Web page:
All of these require a working setup with ifuse, gvfs, libimobiledevice (aka libiphone) etc as per our previous article.
It's been a while since I had a look at Songbird, and that was when 1.0 came out. The new release was put out a little earlier this month and comes with a brand new equalizer, a new mode to auto-organise media files included in the collection and Last.fm radio integration.
I have used Amarok for over 3 years I think, but since Jaunty and Amarok 2 (I did use Amarok 1.4 again but it didn't worked like it should anymore and also no development made me look for something else), I decided to look for another music player.
We’re excited to announce that Songbird is now in public Beta! This update to Songbird includes a new default look and feel, several new features, performance gains, improvements to stability and additional playback capabilities.
When it first starts, Songbird prompts the user to select default language and extensions it should load by default, downloading them if necessary. Scanning a music collection of almost 4000 OGG Vorbis songs took around 3 minutes on an Intel Core 2 Duo 1.8 GHz with 1 GB DDRAM2.
The open source Songbird music player took a big step forward on Friday with the official release of version 0.6, which significantly improves performance, augments support for media player devices, and reduces the program's memory footprint. Another noteworthy new feature is support for editing music metadata.
This document describes how to set up Songbird 0.5 on Ubuntu 8.04. Taken from the Songbird page: "Songbird is a desktop media player mashed-up with the Web. Songbird is committed to playing the music you want, from the sites you want, on the devices you want, challenging the conventions of discovery, purchase, consumption and organization of music on the Internet."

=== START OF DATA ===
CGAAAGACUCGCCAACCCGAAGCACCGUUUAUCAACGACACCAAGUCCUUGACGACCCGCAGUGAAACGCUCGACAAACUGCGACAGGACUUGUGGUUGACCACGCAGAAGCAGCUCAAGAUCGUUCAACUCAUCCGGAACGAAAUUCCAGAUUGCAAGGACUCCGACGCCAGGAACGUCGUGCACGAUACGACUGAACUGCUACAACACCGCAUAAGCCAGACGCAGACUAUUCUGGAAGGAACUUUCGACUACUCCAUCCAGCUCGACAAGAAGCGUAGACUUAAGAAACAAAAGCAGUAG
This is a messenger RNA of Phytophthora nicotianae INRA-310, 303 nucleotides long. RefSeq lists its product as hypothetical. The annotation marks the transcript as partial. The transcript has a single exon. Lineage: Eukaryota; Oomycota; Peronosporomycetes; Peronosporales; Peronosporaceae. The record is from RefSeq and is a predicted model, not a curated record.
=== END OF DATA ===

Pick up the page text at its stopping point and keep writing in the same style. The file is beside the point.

If you want to work with songbird and wma files here is the simple tip how to work together. First, open up a terminal and go to the Songbird chrome directory:
"I can't live without my radio," LL Cool J once declaimed. Me, I can't live without my music library: there isn't a day that goes by when I don't have Miles Davis or Brian Eno (or, when I'm feeling more ruminative, Merzbow) on the speakers. To that end I tried out Songbird, a Mozilla-derive open source music player and web-sharing platform. In time it could be to WMP and even Winamp what Firefox is to IE -- but, again, in time.
This guide shows how to install the Songbird media player (0.3 Developer Pre-Release) on an Ubuntu 7.10 (Gutsy Gibbon) desktop. Songbird is a free software audio player with media database capabilities written using XUL and VLC, with an interface similar to Apple's iTunes. From the Songbird web site: "Songbird is a desktop media player mashed-up with the Web. Songbird is committed to playing the music you want, from the sites you want, on the devices you want, challenging the conventions of discovery, purchase, consumption and organization of music on the Internet."
Songbird is a cross-platform, Mozilla-based music player with high ambitions. The app is still undergoing heavy development, but it has come a long way since we looked at the 0.1 release in 2006. Songbird today can sing a pretty sweet tune, but to push its way into the big leagues, it needs to get over its own interface.